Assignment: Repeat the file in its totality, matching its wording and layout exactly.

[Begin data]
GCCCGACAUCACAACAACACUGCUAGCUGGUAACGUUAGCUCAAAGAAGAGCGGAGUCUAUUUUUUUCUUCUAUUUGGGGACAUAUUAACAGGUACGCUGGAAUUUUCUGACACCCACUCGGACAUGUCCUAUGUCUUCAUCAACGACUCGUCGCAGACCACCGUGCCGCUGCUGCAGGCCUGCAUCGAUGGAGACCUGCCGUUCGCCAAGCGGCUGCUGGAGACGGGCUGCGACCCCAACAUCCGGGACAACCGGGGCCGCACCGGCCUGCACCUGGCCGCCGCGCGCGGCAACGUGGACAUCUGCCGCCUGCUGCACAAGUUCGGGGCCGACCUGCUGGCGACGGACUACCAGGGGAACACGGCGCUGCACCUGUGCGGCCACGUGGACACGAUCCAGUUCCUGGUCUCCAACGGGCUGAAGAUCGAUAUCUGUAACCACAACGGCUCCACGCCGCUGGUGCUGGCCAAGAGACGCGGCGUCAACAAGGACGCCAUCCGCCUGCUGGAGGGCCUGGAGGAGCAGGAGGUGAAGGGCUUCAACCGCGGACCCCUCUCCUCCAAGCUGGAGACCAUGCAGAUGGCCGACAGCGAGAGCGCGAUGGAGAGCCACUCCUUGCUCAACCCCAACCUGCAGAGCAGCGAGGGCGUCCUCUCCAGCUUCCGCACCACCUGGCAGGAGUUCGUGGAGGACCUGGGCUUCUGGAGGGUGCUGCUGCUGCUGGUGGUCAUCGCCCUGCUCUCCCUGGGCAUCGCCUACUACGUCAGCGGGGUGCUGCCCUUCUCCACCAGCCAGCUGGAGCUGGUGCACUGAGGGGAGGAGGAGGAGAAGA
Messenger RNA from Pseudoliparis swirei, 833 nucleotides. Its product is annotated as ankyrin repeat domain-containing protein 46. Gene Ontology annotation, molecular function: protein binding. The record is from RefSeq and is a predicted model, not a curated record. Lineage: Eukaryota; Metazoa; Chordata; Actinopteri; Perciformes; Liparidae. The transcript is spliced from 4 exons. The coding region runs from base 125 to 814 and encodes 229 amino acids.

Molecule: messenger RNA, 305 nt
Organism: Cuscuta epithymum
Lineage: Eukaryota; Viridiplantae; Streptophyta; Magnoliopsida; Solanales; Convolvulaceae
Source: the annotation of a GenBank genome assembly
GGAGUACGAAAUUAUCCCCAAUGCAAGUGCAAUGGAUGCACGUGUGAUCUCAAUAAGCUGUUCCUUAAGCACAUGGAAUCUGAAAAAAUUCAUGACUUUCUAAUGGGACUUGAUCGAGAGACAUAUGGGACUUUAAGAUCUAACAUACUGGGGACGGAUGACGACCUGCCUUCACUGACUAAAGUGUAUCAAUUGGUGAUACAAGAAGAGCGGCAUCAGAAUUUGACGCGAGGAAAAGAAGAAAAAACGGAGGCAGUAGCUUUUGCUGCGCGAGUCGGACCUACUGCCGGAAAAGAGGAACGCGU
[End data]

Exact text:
GCCCGACAUCACAACAACACUGCUAGCUGGUAACGUUAGCUCAAAGAAGAGCGGAGUCUAUUUUUUUCUUCUAUUUGGGGACAUAUUAACAGGUACGCUGGAAUUUUCUGACACCCACUCGGACAUGUCCUAUGUCUUCAUCAACGACUCGUCGCAGACCACCGUGCCGCUGCUGCAGGCCUGCAUCGAUGGAGACCUGCCGUUCGCCAAGCGGCUGCUGGAGACGGGCUGCGACCCCAACAUCCGGGACAACCGGGGCCGCACCGGCCUGCACCUGGCCGCCGCGCGCGGCAACGUGGACAUCUGCCGCCUGCUGCACAAGUUCGGGGCCGACCUGCUGGCGACGGACUACCAGGGGAACACGGCGCUGCACCUGUGCGGCCACGUGGACACGAUCCAGUUCCUGGUCUCCAACGGGCUGAAGAUCGAUAUCUGUAACCACAACGGCUCCACGCCGCUGGUGCUGGCCAAGAGACGCGGCGUCAACAAGGACGCCAUCCGCCUGCUGGAGGGCCUGGAGGAGCAGGAGGUGAAGGGCUUCAACCGCGGACCCCUCUCCUCCAAGCUGGAGACCAUGCAGAUGGCCGACAGCGAGAGCGCGAUGGAGAGCCACUCCUUGCUCAACCCCAACCUGCAGAGCAGCGAGGGCGUCCUCUCCAGCUUCCGCACCACCUGGCAGGAGUUCGUGGAGGACCUGGGCUUCUGGAGGGUGCUGCUGCUGCUGGUGGUCAUCGCCCUGCUCUCCCUGGGCAUCGCCUACUACGUCAGCGGGGUGCUGCCCUUCUCCACCAGCCAGCUGGAGCUGGUGCACUGAGGGGAGGAGGAGGAGAAGA
Messenger RNA from Pseudoliparis swirei, 833 nucleotides. Its product is annotated as ankyrin repeat domain-containing protein 46. Gene Ontology annotation, molecular function: protein binding. The record is from RefSeq and is a predicted model, not a curated record. Lineage: Eukaryota; Metazoa; Chordata; Actinopteri; Perciformes; Liparidae. The transcript is spliced from 4 exons. The coding region runs from base 125 to 814 and encodes 229 amino acids.

Molecule: messenger RNA, 305 nt
Organism: Cuscuta epithymum
Lineage: Eukaryota; Viridiplantae; Streptophyta; Magnoliopsida; Solanales; Convolvulaceae
Source: the annotation of a GenBank genome assembly
GGAGUACGAAAUUAUCCCCAAUGCAAGUGCAAUGGAUGCACGUGUGAUCUCAAUAAGCUGUUCCUUAAGCACAUGGAAUCUGAAAAAAUUCAUGACUUUCUAAUGGGACUUGAUCGAGAGACAUAUGGGACUUUAAGAUCUAACAUACUGGGGACGGAUGACGACCUGCCUUCACUGACUAAAGUGUAUCAAUUGGUGAUACAAGAAGAGCGGCAUCAGAAUUUGACGCGAGGAAAAGAAGAAAAAACGGAGGCAGUAGCUUUUGCUGCGCGAGUCGGACCUACUGCCGGAAAAGAGGAACGCGU